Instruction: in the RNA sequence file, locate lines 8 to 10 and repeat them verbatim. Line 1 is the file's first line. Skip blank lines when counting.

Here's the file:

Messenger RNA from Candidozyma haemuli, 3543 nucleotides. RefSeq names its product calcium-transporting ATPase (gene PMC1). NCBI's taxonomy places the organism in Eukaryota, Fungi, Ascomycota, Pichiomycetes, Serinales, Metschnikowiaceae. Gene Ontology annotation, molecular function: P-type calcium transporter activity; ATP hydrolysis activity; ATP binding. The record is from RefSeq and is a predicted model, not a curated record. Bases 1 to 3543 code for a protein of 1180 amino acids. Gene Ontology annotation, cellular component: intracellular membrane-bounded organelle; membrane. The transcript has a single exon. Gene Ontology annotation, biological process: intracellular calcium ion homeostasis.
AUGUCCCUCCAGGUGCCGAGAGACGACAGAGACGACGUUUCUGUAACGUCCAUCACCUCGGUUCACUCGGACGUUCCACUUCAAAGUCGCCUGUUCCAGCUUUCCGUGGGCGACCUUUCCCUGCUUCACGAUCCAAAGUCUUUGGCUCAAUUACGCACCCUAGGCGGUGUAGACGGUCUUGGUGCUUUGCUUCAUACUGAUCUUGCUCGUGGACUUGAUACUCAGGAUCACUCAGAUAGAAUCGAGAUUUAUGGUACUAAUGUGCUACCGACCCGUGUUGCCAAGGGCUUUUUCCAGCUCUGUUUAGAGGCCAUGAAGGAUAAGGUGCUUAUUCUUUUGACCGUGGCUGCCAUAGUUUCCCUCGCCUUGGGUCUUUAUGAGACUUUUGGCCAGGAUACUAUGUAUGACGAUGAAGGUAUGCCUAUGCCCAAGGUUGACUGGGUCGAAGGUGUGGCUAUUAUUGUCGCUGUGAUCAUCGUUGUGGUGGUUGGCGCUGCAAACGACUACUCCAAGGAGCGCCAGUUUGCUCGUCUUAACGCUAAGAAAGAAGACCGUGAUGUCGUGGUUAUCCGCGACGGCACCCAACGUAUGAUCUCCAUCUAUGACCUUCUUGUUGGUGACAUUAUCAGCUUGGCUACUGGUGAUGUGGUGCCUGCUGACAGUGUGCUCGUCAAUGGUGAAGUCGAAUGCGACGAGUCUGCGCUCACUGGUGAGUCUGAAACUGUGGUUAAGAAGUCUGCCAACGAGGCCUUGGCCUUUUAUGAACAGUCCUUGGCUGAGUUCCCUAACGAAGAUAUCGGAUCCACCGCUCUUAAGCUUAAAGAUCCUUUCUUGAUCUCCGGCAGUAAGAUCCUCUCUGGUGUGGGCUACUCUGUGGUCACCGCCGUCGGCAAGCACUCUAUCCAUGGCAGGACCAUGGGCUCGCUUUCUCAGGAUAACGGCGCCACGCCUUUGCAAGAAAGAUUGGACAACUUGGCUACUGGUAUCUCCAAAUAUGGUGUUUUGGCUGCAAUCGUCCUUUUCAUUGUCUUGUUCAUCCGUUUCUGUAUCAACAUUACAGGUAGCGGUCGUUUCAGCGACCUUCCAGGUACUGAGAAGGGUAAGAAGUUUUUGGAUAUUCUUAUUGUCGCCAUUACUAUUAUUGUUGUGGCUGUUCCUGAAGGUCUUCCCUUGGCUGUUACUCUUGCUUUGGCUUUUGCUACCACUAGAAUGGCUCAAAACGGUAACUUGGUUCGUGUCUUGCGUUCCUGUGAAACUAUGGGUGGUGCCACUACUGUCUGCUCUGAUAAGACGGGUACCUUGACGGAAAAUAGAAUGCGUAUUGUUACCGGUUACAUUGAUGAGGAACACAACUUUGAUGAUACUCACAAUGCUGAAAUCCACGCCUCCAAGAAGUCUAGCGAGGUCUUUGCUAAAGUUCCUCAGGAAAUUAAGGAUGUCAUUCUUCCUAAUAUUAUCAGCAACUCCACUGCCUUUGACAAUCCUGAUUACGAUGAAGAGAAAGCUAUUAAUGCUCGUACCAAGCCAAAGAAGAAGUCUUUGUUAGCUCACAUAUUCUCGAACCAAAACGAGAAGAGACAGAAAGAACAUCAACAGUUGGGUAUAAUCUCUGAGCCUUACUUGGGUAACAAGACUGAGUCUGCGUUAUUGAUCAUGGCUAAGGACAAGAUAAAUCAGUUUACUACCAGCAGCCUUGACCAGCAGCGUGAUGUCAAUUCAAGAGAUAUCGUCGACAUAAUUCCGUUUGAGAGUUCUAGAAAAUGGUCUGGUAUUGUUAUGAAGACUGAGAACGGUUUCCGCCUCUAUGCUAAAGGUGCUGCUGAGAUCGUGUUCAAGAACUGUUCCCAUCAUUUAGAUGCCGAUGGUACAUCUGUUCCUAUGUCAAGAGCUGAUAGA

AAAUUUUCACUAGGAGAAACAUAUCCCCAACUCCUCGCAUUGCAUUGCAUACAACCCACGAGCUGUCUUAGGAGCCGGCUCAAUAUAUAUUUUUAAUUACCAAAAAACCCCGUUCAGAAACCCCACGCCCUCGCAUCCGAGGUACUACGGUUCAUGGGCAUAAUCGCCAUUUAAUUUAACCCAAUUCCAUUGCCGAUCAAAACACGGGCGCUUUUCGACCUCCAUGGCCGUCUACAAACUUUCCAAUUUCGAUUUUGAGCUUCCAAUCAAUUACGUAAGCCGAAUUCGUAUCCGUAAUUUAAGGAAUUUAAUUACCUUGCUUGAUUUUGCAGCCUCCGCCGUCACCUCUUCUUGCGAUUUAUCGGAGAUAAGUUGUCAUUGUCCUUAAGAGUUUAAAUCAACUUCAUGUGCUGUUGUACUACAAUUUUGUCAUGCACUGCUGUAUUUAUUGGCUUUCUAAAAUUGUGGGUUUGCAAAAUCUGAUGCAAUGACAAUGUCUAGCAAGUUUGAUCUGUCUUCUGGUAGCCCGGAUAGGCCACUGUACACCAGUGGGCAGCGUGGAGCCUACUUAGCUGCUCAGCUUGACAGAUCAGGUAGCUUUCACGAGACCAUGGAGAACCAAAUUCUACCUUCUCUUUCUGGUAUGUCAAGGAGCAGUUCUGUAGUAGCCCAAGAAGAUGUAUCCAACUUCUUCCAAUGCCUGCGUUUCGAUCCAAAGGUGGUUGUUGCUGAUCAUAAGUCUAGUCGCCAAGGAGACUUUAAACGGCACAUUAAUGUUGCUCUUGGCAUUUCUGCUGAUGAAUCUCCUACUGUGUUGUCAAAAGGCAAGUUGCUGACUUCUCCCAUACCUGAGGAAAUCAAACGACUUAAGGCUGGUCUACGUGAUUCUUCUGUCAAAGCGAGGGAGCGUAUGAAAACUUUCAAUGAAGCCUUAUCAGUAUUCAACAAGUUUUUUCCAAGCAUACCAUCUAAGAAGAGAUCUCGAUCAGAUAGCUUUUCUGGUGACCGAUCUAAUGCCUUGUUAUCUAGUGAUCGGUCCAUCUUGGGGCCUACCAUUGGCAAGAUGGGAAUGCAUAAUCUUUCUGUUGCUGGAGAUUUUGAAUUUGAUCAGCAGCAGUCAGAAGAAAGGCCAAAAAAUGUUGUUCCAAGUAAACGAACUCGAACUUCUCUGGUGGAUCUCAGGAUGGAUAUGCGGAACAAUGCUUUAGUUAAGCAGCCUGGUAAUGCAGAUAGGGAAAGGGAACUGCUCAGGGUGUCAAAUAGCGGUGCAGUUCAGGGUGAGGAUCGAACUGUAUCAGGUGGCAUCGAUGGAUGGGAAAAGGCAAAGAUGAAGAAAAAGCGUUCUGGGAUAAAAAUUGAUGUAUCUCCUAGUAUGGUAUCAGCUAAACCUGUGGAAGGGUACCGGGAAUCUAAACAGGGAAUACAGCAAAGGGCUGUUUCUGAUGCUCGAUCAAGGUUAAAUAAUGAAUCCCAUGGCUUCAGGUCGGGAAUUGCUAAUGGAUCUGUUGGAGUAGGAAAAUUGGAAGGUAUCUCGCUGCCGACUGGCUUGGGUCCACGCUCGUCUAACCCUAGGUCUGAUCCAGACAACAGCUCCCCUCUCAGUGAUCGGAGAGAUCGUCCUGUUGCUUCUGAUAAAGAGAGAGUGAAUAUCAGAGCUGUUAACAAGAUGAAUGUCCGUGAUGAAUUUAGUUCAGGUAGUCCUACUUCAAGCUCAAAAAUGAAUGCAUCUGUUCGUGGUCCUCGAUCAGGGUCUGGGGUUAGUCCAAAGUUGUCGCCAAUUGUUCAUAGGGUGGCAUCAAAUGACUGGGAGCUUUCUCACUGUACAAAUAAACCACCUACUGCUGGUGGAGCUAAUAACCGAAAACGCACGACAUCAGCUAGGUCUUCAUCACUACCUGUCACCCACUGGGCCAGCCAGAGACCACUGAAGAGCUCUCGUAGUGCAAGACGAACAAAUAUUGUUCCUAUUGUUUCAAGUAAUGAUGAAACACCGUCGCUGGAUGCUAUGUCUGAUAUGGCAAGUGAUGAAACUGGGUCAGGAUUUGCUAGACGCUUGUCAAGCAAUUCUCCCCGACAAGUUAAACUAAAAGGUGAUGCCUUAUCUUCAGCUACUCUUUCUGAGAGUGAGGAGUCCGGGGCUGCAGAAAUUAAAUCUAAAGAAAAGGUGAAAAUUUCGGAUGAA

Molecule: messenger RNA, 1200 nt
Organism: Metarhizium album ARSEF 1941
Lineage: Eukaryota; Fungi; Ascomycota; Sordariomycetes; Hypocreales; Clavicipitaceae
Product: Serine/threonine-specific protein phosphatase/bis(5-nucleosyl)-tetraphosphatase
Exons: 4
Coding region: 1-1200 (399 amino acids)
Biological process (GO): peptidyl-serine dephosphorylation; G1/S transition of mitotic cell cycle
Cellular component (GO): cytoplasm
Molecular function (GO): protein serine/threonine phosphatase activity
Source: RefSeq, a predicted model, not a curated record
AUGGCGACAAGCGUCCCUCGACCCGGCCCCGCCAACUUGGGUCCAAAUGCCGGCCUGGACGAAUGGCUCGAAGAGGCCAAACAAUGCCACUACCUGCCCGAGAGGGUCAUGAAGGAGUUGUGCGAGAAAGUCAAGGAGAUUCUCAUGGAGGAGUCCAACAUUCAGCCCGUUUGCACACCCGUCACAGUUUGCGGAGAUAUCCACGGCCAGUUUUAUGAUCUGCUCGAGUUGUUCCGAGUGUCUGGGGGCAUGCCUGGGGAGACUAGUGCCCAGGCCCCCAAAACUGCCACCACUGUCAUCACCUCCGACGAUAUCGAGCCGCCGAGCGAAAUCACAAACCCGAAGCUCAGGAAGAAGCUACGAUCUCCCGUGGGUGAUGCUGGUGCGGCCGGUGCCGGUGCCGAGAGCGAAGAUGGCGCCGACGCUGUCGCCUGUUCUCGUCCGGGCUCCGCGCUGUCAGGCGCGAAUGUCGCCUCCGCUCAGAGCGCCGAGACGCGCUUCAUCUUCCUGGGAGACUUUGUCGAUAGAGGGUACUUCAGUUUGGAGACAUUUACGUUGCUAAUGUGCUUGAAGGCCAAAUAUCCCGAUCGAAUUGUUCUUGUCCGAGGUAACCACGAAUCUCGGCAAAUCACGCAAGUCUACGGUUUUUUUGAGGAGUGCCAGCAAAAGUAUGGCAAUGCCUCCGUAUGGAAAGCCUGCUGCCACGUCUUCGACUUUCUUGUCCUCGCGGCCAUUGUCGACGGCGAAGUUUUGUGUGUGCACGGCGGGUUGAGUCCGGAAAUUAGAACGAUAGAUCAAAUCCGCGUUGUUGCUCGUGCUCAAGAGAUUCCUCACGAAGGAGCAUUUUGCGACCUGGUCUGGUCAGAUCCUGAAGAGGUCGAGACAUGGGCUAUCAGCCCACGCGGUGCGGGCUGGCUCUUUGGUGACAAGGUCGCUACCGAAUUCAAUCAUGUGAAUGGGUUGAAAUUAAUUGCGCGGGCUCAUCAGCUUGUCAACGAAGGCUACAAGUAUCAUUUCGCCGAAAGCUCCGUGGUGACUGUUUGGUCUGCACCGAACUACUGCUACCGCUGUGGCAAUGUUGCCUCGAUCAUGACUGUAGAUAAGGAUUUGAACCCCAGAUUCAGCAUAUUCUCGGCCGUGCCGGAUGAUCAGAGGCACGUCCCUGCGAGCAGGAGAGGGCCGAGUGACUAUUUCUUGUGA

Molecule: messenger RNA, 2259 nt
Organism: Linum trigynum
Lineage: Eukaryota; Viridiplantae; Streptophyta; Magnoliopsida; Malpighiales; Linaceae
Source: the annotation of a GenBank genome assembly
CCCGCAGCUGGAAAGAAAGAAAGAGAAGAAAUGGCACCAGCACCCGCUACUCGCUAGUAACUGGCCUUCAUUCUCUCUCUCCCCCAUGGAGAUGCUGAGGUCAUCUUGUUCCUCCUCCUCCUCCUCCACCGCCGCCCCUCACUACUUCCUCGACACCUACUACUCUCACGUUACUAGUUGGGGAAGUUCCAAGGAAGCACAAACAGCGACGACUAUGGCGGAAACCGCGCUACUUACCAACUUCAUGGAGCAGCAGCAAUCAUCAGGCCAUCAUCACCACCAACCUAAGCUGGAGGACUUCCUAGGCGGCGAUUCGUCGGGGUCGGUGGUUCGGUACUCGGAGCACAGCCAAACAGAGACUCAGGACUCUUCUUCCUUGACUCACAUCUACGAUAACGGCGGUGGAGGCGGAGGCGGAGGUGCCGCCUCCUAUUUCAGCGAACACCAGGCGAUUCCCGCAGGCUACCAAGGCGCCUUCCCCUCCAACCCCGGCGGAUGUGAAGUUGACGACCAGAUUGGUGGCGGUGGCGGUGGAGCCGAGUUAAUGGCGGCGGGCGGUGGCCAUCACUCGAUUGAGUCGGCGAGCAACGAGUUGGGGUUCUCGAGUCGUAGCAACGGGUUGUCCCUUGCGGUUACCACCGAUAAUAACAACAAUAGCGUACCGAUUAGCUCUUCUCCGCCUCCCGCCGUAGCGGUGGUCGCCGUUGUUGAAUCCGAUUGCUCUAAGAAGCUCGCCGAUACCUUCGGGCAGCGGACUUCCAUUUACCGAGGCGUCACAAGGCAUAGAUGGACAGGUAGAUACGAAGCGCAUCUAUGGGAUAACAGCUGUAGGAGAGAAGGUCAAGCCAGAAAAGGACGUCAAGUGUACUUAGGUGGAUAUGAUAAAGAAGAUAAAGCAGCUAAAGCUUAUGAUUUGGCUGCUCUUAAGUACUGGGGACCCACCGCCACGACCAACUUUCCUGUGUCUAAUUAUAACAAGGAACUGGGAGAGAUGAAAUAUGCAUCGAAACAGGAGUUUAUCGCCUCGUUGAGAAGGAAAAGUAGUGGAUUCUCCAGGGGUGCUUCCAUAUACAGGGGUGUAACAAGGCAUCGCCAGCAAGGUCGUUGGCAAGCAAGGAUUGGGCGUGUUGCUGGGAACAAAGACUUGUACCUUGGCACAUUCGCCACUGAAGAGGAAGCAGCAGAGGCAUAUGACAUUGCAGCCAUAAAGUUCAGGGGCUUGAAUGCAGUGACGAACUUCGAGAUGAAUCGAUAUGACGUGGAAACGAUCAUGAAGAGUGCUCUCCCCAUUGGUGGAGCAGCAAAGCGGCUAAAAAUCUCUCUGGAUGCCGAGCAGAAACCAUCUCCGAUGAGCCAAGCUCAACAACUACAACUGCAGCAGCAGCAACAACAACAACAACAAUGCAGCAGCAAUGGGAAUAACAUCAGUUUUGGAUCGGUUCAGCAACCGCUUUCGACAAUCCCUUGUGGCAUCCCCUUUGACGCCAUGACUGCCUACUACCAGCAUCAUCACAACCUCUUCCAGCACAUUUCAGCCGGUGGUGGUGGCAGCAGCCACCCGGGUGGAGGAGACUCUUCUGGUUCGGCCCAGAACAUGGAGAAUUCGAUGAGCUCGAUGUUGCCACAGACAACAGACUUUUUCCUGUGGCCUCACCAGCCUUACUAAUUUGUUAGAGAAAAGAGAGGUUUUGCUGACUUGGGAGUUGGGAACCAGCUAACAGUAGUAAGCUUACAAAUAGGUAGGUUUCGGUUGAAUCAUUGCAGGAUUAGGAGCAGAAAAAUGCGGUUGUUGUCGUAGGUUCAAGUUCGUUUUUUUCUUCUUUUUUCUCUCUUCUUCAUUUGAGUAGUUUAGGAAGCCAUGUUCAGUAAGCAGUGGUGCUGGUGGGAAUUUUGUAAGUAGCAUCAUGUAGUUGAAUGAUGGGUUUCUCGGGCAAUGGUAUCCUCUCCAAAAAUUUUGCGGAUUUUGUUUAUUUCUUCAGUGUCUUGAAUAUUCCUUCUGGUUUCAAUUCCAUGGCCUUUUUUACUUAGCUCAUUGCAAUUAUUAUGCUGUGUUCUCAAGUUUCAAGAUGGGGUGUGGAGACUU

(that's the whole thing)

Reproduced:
Exons: 4
Coding region: 1-1200 (399 amino acids)
Biological process (GO): peptidyl-serine dephosphorylation; G1/S transition of mitotic cell cycle